There are still many, many beautiful art quilts available for bidding. The auction will run through October 8. If you would like to review and bid on a 12″ square art quilt, you can do so through this link. You can see the quilts that I selected for my ‘Dream Collection’ entitled tranquility base in my last post.

Happy bidding! And, I will return to post again after my travels are at an end.  🙂

Time to Recenter!

Every great dream begins with a dreamer.
Always remember, you have within you the strength,
the patience, and the passion to reach for the stars
to change the world.
Harriet Tubman

There is a lot of synchronicity in this world if you just follow your instincts. I will be mostly off line for a few weeks and intended to do a post on the upcoming SAQA Auction before my travels started. I usually start my posts with a quote and since I intended to share my ‘Dream Collection’ for the auction, I googled ‘dream quotes’ to jog my memory on a good quote. Harriet Tubman’s quote popped up. It felt very appropriate to me for beginning this post after this past week’s events.  For those unfamiliar with Harriet Tubman, here is the opening paragraph from Wikipedia on her life:

Born into slavery, Tubman escaped and subsequently made some thirteen missions to rescue approximately seventy enslaved people, family and friends, using the network of antislavery activists and safe houses known as the Underground Railroad. She later helped abolitionist John Brown recruit men for his raid on Harpers Ferry, and in the post-war era was an active participant in the struggle for women’s suffrage.

Harriet Tubman is a heroine from our county’s past. She used her home in Auburn, NY as a stop on the Underground Railroad. Auburn is not that far from where I lived for many years in the Rochester NY area.  A few months ago I wrote in a blog post about another heroic woman, Susan B. Anthony. I had created an art quilt based on a statue of her that is in Rochester. It seems these women keep leaping into my consciousness as if to remind of how hard our ancestors worked to create the country we live in now — I am not saying this country is perfect but people have worked hard to keep it growing in the right direction. Times like we are currently living through are unsettling and it is easy to lose sight of dreams and forget the power each of us has as an individual to keep us moving forward positively.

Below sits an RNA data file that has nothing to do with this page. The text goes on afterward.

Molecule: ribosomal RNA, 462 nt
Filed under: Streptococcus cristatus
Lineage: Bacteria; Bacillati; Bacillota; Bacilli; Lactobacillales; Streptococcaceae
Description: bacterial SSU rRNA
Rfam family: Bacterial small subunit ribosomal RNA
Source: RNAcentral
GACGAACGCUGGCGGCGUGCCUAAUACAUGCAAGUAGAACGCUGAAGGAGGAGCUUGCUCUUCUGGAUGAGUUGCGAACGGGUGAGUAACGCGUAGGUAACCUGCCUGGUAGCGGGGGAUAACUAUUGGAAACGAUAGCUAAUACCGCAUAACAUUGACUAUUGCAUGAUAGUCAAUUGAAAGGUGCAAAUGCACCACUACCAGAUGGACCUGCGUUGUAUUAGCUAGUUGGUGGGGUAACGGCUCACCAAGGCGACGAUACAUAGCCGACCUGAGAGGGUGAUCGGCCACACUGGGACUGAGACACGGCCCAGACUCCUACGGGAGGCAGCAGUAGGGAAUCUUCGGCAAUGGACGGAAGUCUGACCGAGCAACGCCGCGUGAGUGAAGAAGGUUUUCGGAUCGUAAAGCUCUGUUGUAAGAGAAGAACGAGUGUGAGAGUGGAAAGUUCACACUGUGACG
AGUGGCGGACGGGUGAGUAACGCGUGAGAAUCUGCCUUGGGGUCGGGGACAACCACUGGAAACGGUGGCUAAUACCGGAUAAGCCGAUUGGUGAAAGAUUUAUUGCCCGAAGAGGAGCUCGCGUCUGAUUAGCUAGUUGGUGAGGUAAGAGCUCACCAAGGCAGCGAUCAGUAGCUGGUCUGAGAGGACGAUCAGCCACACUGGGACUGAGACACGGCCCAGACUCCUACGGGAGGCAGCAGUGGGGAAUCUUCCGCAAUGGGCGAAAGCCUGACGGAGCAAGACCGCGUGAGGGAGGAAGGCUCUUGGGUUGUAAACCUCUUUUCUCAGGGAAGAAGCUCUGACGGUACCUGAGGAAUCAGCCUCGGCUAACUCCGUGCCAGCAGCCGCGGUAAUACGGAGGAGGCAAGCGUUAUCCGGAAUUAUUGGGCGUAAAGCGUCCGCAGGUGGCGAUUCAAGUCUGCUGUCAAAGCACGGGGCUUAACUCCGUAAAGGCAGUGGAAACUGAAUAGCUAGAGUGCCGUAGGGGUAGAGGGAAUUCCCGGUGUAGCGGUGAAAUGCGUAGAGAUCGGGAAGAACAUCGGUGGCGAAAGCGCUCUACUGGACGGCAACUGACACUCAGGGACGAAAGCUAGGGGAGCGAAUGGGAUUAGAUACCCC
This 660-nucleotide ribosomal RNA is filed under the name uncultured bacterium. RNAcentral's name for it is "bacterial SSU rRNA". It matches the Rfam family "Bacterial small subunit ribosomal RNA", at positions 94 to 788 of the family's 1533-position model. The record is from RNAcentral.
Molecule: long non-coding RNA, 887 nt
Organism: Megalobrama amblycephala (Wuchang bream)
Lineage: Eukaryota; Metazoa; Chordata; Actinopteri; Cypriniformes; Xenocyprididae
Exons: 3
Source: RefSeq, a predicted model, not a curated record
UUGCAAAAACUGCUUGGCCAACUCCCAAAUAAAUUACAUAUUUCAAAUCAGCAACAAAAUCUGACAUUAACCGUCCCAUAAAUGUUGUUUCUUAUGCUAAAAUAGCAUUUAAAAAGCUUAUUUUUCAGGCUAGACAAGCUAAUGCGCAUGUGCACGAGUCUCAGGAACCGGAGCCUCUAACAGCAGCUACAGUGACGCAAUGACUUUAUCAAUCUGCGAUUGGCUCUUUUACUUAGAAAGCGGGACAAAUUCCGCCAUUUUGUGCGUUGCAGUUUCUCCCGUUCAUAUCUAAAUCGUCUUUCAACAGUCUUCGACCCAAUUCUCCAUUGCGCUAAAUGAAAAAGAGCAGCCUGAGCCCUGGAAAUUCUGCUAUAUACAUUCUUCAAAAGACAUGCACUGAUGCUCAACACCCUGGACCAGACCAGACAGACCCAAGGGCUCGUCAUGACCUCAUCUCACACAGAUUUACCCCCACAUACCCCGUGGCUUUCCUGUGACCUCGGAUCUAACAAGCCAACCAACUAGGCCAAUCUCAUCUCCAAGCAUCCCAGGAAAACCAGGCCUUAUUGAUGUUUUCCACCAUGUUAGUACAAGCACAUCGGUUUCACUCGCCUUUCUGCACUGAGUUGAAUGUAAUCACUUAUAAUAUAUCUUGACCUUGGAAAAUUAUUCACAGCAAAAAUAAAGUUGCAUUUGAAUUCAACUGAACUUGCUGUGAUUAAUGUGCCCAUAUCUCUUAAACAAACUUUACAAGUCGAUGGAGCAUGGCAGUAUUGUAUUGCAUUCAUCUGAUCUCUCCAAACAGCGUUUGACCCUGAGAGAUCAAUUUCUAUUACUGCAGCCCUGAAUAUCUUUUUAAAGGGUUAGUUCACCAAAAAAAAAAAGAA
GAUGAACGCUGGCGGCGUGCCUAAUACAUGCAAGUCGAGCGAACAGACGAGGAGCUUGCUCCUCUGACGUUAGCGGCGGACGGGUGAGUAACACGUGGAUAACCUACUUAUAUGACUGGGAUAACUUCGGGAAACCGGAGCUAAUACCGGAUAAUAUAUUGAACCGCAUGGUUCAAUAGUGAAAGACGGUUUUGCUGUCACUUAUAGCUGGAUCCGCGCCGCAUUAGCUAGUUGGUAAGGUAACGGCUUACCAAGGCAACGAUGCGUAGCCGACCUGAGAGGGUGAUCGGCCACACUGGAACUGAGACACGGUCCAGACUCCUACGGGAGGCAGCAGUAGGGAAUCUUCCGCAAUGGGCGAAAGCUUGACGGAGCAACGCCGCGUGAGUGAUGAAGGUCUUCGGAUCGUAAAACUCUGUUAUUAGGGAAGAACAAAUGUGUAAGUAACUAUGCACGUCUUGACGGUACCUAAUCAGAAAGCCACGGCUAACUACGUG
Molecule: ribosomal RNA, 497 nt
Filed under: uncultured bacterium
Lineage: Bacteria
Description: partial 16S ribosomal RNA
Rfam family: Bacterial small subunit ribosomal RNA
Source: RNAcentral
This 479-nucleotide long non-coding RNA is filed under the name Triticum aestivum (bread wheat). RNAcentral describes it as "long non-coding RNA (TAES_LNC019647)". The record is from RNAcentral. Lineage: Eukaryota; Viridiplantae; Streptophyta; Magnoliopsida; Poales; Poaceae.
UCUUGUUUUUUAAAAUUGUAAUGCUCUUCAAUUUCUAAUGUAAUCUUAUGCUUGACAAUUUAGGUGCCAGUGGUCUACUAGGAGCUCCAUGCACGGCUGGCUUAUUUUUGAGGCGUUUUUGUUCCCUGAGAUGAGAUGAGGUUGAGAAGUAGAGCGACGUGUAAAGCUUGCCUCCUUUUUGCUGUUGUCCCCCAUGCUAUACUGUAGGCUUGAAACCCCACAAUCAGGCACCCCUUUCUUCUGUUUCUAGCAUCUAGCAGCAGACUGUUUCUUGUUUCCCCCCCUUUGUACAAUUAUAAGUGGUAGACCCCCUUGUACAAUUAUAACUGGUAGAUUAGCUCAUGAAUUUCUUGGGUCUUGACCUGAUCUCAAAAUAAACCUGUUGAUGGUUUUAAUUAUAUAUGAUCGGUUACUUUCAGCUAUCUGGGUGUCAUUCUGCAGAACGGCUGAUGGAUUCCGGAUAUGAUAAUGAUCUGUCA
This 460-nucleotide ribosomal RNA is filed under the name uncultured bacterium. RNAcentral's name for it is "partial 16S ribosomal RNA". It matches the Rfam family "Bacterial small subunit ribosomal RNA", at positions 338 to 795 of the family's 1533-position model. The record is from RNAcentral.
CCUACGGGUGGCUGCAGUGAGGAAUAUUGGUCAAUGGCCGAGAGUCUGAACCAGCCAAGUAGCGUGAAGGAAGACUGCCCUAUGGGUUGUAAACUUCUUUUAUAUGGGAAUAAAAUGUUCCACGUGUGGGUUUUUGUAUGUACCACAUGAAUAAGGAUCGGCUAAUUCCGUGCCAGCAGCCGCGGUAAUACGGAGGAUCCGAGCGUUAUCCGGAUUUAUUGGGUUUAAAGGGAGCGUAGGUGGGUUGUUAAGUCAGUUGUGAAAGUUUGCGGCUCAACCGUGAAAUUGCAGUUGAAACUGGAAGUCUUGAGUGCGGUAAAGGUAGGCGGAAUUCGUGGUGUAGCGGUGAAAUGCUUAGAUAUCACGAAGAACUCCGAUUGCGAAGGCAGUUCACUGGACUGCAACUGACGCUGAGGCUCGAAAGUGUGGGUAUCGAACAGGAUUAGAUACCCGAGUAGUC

Seems like this is a good time for everyone to recenter — to connect with that place of stability in their being. And so, my Dream Collection for the SAQA auction are pieces that suggest tranquility to me, that offer a reminder to slow down, breathe, and refocus. If you appreciate the pieces I selected, they will be up for auction on the SAQA website, beginning on September 15. You can find information on the auction here.  I also have a piece in the auction in Section I which you are welcome to bid on as well.

Aspen III
Judy Warner

So, without further ado, here is my Dream Collection entitled “Tranquility Base”:

Linking as I often do to Nina Marie Sayre’s Off the Wall Friday blog.

Labor of Love

Perfect love sometimes does not come until the first grandchild.
~Welsh Proverb

I have had a pretty blessed life, full of love, but even I admit that grandchildren are special. Some of you know that I uprooted my life and redirected my path in ‘retirement’ when I learned I was going to be a grandmother. And, I do not regret my choices one bit. I know that I have laughed more in the past few years that I would have known possible and thanked the powers that be that I am able to spend as much time as I do with my now two grandchildren.

Needless to say, my devotion to said grandchildren has included creating all sorts of fiber articles for them — from knitted animals to art quilts for their rooms, clothing for stuffed animals, and, of course, quilts for their beds. Back in 2013 it was a relatively simple matter to stitch up an Elmo quilt for Judy Kate’s small bed
However, it is now 2017 and Judy Kate has grown a bit. In anticipation of a move to a twin size bed, her Mom suggested that I might consider a new quilt for Judy Kate. Her little sister, Miriam, would certainly be delighted to inherit the Elmo quilt.  Of course, I agreed. However, several years older, with a downsized Bernina, and having spent much of time in the intervening years quilting up smaller projects, a twin sized quilt was a bit of a stretch. But, can you ever say ‘no’ to a request from granddaughter for a quilt? Of course, not.

So, over the summer Judy Kate and I discussed colors and themes. I really could not get excited about spending hours on a Batman theme (her current hero) so we went with her love of oceans, Hawaii, and whales. I came up with a design, got approval, and decided that a block approach would perhaps work best with quilting on my smaller machine. I researched quilting each block separately but that approach didn’t lend itself to my design. I considered letting a long arm quilter take over for me, but I wanted my granddaughter to be able to look back at the quilt and know her grandmother made the entire quilt.

So, in July I did all the pre-work and then spent the past two weeks using any free time I had to quilt what I will call “Whale Tail”.  I quickly appreciated that I needed to let go of any expectations of ‘perfect quilting’. To say my stitches are not uniform would be an understatement. And, there are zigs and zags as I moved the quilt while I ‘fmq’ed. Fortunately, in my mind,  the design called for a relaxed, child like pattern of quilting so only an expert quilter would find fault with my endeavors. My granddaughter definitely will not!